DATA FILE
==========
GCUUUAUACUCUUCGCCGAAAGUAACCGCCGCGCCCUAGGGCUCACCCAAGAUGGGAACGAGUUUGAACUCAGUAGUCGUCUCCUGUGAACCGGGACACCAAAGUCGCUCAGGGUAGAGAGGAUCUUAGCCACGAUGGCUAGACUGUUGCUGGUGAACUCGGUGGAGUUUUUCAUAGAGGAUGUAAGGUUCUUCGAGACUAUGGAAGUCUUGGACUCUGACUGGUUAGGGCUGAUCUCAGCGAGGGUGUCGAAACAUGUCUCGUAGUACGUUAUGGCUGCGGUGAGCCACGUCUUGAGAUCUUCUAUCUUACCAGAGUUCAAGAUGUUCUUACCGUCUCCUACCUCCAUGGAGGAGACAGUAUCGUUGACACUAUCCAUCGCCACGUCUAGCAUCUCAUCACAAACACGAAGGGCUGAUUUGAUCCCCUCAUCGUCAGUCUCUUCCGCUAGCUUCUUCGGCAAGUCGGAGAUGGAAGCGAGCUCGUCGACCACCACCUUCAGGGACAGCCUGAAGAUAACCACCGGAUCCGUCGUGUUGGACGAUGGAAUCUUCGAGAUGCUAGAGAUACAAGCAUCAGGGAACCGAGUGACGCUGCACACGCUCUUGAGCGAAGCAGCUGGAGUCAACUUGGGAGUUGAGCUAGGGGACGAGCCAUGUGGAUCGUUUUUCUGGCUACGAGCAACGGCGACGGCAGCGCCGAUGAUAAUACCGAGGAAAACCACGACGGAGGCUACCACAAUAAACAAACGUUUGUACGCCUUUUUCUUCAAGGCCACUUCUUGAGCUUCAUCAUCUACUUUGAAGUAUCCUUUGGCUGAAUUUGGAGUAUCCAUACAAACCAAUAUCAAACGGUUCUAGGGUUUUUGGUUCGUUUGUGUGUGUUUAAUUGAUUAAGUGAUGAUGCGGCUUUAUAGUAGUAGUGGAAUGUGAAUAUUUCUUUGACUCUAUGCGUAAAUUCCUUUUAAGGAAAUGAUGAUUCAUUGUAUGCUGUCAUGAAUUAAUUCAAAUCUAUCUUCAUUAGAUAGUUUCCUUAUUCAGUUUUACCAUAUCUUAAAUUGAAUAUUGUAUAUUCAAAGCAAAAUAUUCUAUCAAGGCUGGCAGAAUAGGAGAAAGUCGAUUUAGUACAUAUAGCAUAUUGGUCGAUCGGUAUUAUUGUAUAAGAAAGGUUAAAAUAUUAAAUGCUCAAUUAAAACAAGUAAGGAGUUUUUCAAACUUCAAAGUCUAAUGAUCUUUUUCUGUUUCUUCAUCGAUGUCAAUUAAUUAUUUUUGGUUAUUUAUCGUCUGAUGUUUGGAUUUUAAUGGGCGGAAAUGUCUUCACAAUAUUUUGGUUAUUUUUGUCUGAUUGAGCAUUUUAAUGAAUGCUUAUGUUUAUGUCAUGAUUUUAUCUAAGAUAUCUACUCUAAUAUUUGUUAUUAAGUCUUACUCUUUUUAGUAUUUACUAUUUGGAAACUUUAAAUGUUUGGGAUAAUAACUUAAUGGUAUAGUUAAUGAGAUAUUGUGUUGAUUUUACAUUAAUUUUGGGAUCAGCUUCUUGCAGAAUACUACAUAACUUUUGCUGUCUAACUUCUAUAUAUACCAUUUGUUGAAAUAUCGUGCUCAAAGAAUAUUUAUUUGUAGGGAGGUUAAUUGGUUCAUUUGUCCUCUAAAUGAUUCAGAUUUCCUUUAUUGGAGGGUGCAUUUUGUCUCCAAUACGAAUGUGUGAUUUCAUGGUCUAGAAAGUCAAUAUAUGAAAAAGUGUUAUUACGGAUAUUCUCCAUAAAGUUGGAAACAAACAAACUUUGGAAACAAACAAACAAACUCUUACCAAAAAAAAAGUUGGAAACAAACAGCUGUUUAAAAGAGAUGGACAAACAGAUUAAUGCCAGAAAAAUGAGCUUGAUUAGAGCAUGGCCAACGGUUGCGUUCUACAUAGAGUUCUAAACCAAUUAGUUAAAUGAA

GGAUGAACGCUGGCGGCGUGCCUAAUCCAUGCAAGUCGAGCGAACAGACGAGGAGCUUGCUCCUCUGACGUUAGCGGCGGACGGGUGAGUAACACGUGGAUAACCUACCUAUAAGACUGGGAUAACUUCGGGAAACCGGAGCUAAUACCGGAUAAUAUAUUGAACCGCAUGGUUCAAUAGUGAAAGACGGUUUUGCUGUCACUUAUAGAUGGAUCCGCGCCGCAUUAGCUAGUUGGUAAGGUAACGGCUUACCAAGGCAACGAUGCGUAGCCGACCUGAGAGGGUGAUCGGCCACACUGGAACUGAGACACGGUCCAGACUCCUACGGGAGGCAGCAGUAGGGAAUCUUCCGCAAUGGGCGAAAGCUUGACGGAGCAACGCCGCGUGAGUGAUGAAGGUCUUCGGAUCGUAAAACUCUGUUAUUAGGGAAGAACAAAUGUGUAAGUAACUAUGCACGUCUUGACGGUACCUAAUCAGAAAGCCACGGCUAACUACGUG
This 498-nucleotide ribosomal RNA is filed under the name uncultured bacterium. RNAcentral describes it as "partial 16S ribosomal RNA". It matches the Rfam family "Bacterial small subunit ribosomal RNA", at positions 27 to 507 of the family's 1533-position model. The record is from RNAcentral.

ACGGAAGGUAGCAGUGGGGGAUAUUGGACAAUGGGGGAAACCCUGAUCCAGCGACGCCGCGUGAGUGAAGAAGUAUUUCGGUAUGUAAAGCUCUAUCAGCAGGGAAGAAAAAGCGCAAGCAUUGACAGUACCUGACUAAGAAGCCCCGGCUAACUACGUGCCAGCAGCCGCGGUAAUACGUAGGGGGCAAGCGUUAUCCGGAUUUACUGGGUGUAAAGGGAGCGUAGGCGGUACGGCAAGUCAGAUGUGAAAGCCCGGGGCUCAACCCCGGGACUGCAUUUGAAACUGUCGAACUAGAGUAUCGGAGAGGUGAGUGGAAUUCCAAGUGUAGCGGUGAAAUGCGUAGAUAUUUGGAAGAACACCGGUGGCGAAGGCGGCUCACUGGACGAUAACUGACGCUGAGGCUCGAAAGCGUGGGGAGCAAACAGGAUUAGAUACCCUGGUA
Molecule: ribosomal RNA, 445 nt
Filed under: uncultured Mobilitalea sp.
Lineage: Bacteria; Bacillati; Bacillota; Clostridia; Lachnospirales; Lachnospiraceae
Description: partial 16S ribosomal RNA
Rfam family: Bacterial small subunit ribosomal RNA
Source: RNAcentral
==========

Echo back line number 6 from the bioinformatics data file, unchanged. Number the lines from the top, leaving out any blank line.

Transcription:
Filed under: uncultured Mobilitalea sp.